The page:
Amid coronavirus wave, some healthcare facilities stock protective gear while others struggle to find it

By Lauren Weber

Nursing homes, small doctor’s offices and rural clinics are being left behind in the rush for N95 masks and other protective gear, exposing some of the country’s most vulnerable populations and their caregivers to COVID-19 as larger and richer health facilities are stockpiling equipment.

Take Rhonda Bergeron, who has three health clinics in rural South Louisiana. She said she was in desperate need of personal protective equipment since her clinics became COVID testing sites. Her fate did not impress domestic suppliers puzzled by her lack of purchase history when she requested 500 dresses. And one supply company only allows it one box of 200 gloves per 30 days for its three clinics. At the moment, she does not have big gloves on the spot.

“So in the midst of shutting down the whole world, you can’t get PPE to cover your own employees,” she said. “They’re reloading stuff for big business when the reality is we’re really on the front lines here.”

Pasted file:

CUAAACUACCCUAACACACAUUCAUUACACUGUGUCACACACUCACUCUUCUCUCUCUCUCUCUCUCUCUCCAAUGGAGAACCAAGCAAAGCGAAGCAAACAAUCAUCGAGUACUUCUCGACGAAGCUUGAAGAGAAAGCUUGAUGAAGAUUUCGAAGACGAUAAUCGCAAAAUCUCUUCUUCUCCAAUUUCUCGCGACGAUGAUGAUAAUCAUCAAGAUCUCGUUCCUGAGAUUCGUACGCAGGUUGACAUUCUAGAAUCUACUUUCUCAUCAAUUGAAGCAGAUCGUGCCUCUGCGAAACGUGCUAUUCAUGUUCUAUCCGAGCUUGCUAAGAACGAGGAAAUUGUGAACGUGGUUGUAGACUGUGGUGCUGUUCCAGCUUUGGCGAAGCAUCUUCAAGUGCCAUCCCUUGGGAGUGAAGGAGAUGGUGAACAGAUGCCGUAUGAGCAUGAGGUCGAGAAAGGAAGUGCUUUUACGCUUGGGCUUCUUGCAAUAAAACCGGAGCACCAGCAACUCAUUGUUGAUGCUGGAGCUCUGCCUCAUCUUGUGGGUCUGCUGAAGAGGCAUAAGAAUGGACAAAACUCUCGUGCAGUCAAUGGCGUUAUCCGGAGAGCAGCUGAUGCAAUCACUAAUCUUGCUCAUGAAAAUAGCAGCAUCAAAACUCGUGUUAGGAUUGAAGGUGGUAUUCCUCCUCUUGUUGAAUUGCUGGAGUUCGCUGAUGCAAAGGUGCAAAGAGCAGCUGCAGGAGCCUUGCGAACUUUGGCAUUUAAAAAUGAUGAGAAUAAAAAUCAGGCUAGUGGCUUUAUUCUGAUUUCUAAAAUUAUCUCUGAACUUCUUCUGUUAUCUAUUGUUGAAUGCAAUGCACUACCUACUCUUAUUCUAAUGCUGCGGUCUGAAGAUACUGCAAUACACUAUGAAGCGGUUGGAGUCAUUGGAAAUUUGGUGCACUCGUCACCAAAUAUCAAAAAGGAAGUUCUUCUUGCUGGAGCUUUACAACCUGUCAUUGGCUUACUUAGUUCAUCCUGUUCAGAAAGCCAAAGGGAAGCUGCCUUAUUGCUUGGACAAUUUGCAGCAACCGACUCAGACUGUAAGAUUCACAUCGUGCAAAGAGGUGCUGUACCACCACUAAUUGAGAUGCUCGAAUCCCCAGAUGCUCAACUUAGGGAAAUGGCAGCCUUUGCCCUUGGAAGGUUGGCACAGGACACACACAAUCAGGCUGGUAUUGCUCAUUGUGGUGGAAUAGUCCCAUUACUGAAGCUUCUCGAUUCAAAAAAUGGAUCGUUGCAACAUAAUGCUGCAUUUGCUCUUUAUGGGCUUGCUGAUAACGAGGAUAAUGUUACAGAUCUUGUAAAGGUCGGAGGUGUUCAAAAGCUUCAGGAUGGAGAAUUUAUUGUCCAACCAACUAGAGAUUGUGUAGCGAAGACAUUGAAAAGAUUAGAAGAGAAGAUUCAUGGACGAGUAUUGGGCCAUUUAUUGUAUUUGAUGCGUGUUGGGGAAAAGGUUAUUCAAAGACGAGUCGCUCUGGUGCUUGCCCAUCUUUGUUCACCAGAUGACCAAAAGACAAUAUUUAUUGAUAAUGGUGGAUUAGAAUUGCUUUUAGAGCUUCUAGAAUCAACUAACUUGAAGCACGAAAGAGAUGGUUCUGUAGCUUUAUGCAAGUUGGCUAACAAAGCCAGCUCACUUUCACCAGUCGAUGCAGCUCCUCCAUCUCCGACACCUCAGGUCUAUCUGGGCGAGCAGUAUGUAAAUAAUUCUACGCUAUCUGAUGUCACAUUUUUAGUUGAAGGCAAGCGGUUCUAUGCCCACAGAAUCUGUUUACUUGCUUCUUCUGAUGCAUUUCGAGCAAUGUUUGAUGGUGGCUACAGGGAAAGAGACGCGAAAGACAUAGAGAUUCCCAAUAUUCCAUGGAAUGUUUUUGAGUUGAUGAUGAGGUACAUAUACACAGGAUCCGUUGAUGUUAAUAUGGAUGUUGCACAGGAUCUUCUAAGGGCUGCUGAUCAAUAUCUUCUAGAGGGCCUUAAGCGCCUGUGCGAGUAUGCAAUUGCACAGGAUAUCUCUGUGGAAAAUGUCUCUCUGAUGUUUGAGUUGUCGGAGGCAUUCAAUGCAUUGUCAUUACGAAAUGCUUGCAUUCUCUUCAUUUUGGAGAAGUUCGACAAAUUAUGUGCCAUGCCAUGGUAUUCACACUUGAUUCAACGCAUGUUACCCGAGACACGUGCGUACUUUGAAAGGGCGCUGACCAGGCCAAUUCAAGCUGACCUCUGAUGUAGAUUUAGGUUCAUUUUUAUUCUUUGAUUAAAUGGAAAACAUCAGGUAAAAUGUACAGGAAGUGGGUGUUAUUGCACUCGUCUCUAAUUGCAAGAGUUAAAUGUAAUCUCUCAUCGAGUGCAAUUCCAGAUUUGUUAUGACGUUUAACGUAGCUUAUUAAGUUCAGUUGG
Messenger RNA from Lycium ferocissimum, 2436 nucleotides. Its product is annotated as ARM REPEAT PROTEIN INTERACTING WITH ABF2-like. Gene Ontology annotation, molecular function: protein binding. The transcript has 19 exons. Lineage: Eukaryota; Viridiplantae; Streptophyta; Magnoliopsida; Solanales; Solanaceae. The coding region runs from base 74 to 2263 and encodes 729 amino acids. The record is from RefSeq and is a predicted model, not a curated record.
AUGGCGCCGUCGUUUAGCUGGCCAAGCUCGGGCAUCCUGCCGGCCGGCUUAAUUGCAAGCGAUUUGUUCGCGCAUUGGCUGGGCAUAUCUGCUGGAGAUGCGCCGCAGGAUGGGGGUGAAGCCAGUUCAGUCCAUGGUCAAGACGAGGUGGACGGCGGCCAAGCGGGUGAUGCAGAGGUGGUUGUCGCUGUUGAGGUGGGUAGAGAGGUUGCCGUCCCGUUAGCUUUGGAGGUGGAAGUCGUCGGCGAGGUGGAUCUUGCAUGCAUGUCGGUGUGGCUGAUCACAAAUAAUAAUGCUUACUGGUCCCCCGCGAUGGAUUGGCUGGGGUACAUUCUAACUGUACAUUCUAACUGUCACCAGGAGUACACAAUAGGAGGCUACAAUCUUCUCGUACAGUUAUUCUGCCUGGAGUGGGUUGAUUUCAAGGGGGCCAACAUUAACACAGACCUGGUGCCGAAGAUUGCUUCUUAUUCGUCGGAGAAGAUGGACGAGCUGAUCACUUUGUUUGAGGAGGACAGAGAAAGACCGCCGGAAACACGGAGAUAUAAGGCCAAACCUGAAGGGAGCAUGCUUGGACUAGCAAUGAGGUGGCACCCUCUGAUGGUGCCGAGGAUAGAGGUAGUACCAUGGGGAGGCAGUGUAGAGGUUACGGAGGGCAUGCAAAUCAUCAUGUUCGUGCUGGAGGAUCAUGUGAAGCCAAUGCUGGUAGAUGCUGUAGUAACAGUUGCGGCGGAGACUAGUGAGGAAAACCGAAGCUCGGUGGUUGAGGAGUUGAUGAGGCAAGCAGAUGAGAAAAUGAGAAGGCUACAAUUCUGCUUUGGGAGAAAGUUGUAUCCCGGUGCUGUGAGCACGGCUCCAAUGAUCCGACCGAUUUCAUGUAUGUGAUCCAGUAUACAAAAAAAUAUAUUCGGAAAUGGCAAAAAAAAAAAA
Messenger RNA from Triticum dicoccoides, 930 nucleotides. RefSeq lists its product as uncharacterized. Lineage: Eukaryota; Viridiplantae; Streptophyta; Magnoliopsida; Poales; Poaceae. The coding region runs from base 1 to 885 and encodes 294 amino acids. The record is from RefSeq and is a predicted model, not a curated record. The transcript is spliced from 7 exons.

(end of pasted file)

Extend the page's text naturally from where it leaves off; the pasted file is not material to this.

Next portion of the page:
More than eight months after the start of the pandemic, healthcare leaders are again calling for a coordinated national strategy to distribute personal protective equipment to protect healthcare workers and their patients as a new wave of diseases are breaking out in most of the country. The demand for such equipment, especially in hot spots, can be more than 10 times greater than pre-pandemic levels. As supply chains have adjusted and the availability of PPE has improved dramatically since the chaos of spring, factories and limited amounts of raw materials are still limiting supply amid the current strong demand.

In this rush for the free market, big hospitals and other vendors are stockpiling what they can even while others are struggling. Some facilities are picking up supplies to prepare for a dreaded wave of COVID-19 hospitalizations; others follow new storage laws and ordinances in states such as California, New York and Connecticut.

“They are putting additional pressure on what is still a fragile hospital supply chain,” said Soumi Saha, vice president of advocacy for Premier Inc., a group purchasing organization that provides supplies to more than 4,000. American hospitals and health systems of various sizes. “We want the available product to go to frontline healthcare workers, not a warehouse at this time.”